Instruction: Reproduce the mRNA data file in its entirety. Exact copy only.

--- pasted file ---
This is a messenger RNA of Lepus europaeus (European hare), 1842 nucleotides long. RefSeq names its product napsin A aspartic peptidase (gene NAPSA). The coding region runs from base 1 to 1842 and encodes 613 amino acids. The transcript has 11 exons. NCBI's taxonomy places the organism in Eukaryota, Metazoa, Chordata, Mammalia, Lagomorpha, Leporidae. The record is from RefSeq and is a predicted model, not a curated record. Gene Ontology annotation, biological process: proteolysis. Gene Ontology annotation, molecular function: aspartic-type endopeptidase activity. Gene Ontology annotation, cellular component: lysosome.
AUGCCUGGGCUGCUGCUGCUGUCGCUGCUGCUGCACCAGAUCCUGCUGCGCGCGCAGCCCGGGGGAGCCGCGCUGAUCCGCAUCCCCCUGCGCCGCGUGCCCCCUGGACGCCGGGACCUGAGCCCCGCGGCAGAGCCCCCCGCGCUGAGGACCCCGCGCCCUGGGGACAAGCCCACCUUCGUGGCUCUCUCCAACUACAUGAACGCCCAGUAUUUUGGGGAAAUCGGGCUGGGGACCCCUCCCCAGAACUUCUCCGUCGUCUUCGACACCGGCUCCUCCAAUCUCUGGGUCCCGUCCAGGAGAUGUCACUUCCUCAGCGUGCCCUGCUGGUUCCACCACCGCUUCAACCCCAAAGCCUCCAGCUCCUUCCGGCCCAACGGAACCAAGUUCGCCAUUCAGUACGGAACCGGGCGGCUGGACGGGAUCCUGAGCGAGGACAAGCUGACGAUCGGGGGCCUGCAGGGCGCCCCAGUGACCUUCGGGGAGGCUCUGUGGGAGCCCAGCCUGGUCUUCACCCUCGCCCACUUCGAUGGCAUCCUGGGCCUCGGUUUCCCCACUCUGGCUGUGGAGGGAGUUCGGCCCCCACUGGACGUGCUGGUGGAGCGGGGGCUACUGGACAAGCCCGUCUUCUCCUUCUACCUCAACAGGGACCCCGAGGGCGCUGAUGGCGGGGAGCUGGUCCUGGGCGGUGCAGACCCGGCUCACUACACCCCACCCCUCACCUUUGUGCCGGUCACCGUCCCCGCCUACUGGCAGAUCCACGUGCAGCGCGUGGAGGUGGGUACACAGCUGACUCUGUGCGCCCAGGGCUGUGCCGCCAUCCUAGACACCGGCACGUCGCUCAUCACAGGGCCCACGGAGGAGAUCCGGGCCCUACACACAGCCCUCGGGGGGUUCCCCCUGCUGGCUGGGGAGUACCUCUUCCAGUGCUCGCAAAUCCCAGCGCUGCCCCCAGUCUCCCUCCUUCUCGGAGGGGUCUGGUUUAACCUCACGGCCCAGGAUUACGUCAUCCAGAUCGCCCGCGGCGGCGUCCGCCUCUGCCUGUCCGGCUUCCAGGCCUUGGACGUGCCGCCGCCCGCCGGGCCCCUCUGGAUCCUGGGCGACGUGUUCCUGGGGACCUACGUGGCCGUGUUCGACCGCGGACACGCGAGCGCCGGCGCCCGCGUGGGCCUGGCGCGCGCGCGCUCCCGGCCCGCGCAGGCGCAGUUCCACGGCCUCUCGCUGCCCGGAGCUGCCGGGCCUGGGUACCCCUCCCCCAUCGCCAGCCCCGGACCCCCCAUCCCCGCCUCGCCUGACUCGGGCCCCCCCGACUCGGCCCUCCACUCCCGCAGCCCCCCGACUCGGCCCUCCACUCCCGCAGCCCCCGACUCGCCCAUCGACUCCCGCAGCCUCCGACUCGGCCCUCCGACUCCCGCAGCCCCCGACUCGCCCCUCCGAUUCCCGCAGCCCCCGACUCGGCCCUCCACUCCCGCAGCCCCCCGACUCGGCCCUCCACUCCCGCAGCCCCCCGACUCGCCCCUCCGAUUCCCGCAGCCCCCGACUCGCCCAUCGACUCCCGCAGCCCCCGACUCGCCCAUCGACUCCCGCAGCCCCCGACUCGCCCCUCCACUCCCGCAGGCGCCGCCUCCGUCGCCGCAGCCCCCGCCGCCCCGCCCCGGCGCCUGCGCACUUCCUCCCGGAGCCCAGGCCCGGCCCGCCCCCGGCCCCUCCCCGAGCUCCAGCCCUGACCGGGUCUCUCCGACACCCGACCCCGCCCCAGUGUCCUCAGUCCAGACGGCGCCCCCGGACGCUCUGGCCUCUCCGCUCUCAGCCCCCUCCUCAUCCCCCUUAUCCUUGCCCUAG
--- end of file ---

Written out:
This is a messenger RNA of Lepus europaeus (European hare), 1842 nucleotides long. RefSeq names its product napsin A aspartic peptidase (gene NAPSA). The coding region runs from base 1 to 1842 and encodes 613 amino acids. The transcript has 11 exons. NCBI's taxonomy places the organism in Eukaryota, Metazoa, Chordata, Mammalia, Lagomorpha, Leporidae. The record is from RefSeq and is a predicted model, not a curated record. Gene Ontology annotation, biological process: proteolysis. Gene Ontology annotation, molecular function: aspartic-type endopeptidase activity. Gene Ontology annotation, cellular component: lysosome.
AUGCCUGGGCUGCUGCUGCUGUCGCUGCUGCUGCACCAGAUCCUGCUGCGCGCGCAGCCCGGGGGAGCCGCGCUGAUCCGCAUCCCCCUGCGCCGCGUGCCCCCUGGACGCCGGGACCUGAGCCCCGCGGCAGAGCCCCCCGCGCUGAGGACCCCGCGCCCUGGGGACAAGCCCACCUUCGUGGCUCUCUCCAACUACAUGAACGCCCAGUAUUUUGGGGAAAUCGGGCUGGGGACCCCUCCCCAGAACUUCUCCGUCGUCUUCGACACCGGCUCCUCCAAUCUCUGGGUCCCGUCCAGGAGAUGUCACUUCCUCAGCGUGCCCUGCUGGUUCCACCACCGCUUCAACCCCAAAGCCUCCAGCUCCUUCCGGCCCAACGGAACCAAGUUCGCCAUUCAGUACGGAACCGGGCGGCUGGACGGGAUCCUGAGCGAGGACAAGCUGACGAUCGGGGGCCUGCAGGGCGCCCCAGUGACCUUCGGGGAGGCUCUGUGGGAGCCCAGCCUGGUCUUCACCCUCGCCCACUUCGAUGGCAUCCUGGGCCUCGGUUUCCCCACUCUGGCUGUGGAGGGAGUUCGGCCCCCACUGGACGUGCUGGUGGAGCGGGGGCUACUGGACAAGCCCGUCUUCUCCUUCUACCUCAACAGGGACCCCGAGGGCGCUGAUGGCGGGGAGCUGGUCCUGGGCGGUGCAGACCCGGCUCACUACACCCCACCCCUCACCUUUGUGCCGGUCACCGUCCCCGCCUACUGGCAGAUCCACGUGCAGCGCGUGGAGGUGGGUACACAGCUGACUCUGUGCGCCCAGGGCUGUGCCGCCAUCCUAGACACCGGCACGUCGCUCAUCACAGGGCCCACGGAGGAGAUCCGGGCCCUACACACAGCCCUCGGGGGGUUCCCCCUGCUGGCUGGGGAGUACCUCUUCCAGUGCUCGCAAAUCCCAGCGCUGCCCCCAGUCUCCCUCCUUCUCGGAGGGGUCUGGUUUAACCUCACGGCCCAGGAUUACGUCAUCCAGAUCGCCCGCGGCGGCGUCCGCCUCUGCCUGUCCGGCUUCCAGGCCUUGGACGUGCCGCCGCCCGCCGGGCCCCUCUGGAUCCUGGGCGACGUGUUCCUGGGGACCUACGUGGCCGUGUUCGACCGCGGACACGCGAGCGCCGGCGCCCGCGUGGGCCUGGCGCGCGCGCGCUCCCGGCCCGCGCAGGCGCAGUUCCACGGCCUCUCGCUGCCCGGAGCUGCCGGGCCUGGGUACCCCUCCCCCAUCGCCAGCCCCGGACCCCCCAUCCCCGCCUCGCCUGACUCGGGCCCCCCCGACUCGGCCCUCCACUCCCGCAGCCCCCCGACUCGGCCCUCCACUCCCGCAGCCCCCGACUCGCCCAUCGACUCCCGCAGCCUCCGACUCGGCCCUCCGACUCCCGCAGCCCCCGACUCGCCCCUCCGAUUCCCGCAGCCCCCGACUCGGCCCUCCACUCCCGCAGCCCCCCGACUCGGCCCUCCACUCCCGCAGCCCCCCGACUCGCCCCUCCGAUUCCCGCAGCCCCCGACUCGCCCAUCGACUCCCGCAGCCCCCGACUCGCCCAUCGACUCCCGCAGCCCCCGACUCGCCCCUCCACUCCCGCAGGCGCCGCCUCCGUCGCCGCAGCCCCCGCCGCCCCGCCCCGGCGCCUGCGCACUUCCUCCCGGAGCCCAGGCCCGGCCCGCCCCCGGCCCCUCCCCGAGCUCCAGCCCUGACCGGGUCUCUCCGACACCCGACCCCGCCCCAGUGUCCUCAGUCCAGACGGCGCCCCCGGACGCUCUGGCCUCUCCGCUCUCAGCCCCCUCCUCAUCCCCCUUAUCCUUGCCCUAG